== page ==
'It's No Coincidence': Bernice King On The Role Selma Played In The Alabama Election

"It’s no coincidence that Selma, where blood was shed in the struggle for voting rights for Black people, pushed Doug Jones ahead for good."

Democrat Doug Jones won the Alabama Senate race this week after narrowly defeating GOP candidate Roy Moore to become the first Democratic senator elected in the state since 1986.

To say Jones' win was a surprise is an understatement, and as pundits began to pour over exactly how the votes fell, it became clear that people in the historically significant city of Selma played a key role in securing Jones's victory. As The Nation reports, when the votes from those residing in the locale that was central to the long march for civil rights in the American South started coming in, Moore's lead quickly evaporated and he soon fell behind.

According to the New York Times, Jones won Dallas county (which includes Selma) by upwards of 7,000 votes. While that may not sound like much, he handily defeated Moore by securing nearly 75 percent of the votes to Moore's 25 percent.

For Bernice King, a daughter of Martin Luther King, Jr., knowing Selma helped defeat Moore, who was criticized for his racist views in addition to his alleged sexual misconduct with multiple teenagers, was especially poignant. (He denies the allegations.) Back in 2011, Moore said getting rid of every amendment after the tenth would "eliminate many problems." The 13th amendment abolished slavery and the 15th guarantees the right to vote to all citizens, regardless of race or ethnicity.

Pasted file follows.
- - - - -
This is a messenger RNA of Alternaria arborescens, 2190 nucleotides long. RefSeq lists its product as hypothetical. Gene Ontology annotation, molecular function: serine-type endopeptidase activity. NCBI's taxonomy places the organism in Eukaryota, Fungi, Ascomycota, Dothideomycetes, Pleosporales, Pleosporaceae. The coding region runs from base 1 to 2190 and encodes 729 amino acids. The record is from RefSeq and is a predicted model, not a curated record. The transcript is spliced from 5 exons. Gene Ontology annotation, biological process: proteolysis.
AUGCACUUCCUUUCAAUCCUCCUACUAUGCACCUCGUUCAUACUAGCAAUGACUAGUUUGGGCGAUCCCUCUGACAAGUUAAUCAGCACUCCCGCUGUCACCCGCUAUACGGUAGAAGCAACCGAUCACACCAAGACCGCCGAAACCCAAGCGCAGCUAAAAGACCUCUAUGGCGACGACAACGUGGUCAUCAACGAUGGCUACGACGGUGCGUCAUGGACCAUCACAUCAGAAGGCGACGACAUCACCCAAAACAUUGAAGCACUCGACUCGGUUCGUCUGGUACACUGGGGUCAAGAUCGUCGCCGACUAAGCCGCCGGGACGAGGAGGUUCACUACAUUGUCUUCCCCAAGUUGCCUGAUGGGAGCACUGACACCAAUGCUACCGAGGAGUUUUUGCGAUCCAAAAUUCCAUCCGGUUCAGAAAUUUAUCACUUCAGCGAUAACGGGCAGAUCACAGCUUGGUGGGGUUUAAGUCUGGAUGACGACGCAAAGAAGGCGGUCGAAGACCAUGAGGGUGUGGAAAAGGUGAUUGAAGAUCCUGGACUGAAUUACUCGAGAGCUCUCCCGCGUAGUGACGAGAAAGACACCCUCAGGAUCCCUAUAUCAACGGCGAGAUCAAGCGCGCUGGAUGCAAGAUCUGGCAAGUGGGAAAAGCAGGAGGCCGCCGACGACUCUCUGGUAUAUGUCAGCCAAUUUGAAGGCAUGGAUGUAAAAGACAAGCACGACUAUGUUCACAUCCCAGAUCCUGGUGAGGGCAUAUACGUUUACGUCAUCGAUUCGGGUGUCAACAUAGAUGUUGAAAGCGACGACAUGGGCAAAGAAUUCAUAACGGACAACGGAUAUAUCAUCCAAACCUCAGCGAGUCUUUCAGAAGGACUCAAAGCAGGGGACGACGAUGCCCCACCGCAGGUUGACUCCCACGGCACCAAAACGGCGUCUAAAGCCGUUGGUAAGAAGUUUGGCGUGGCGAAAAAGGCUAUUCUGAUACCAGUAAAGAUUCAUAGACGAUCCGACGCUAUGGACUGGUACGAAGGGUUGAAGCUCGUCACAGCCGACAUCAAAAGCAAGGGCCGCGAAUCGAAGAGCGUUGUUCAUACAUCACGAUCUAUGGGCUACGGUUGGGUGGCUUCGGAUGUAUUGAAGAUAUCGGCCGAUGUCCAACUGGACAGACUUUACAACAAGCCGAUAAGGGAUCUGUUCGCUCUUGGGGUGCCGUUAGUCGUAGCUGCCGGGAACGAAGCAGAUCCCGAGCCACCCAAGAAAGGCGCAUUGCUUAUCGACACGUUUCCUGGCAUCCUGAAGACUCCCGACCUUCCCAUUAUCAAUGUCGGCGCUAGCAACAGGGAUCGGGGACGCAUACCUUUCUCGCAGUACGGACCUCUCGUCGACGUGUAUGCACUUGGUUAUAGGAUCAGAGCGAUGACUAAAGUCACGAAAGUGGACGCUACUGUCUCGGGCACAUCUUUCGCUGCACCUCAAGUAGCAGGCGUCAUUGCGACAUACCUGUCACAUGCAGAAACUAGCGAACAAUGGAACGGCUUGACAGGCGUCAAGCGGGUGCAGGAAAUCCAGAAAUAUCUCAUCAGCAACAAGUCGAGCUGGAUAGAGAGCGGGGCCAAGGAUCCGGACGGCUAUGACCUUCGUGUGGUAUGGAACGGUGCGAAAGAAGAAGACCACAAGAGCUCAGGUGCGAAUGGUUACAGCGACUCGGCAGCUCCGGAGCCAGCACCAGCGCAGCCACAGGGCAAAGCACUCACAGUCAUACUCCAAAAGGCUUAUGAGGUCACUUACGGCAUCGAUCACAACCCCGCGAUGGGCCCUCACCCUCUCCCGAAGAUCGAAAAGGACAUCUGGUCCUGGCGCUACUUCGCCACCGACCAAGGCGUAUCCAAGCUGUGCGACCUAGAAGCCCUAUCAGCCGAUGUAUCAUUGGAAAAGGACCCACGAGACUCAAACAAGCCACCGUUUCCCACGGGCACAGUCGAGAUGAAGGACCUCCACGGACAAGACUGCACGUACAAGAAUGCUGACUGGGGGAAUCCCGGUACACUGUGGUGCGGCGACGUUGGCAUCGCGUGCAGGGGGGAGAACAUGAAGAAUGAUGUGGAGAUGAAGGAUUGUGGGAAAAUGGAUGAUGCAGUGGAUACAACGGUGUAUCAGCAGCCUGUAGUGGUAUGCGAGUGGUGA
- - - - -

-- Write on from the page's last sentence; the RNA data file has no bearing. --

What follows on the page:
At a September rally, Moore invoked slavery when describing what President Trump means when he says, "Make America great again." The Los Angeles Times reported Moore said of pre-Civil War America, "I think it was great at a time when families were united, even though we had slavery, they cared for one another. People were strong in the families. Our families were strong, our country had a direction, and we corrected many of the problems."

Those comments clearly weren't lost on King when she tweeted, "Selma, Lord, Selma. It's no coincidence that Selma, where blood was shed in the struggle for voting rights for Black people, pushed #DougJones ahead for good," as the results came in.

When a Twitter user pointed out that Jones even quoted MLK Jr. in his acceptance speech — telling the crowd "Let us realize the arc of the moral universe is long, but it bends toward justice" — King took note. 

In preparing for the election yesterday, many celebrities and ordinary Americans alike wrote "Dear Alabama" tweets encouraging Alabamians to vote with their conscience, and not simply based on party lines. In her tweet Selma director Ava DuVernay signaled the city out for its exemplary past, writing, "Dear Alabama, Remember the best of yourselves. You've done it before. Selma marches. Montgomery bus boycott. Birmingham bombing activists. Tuskegee airmen fighting for this country. Rise again." 


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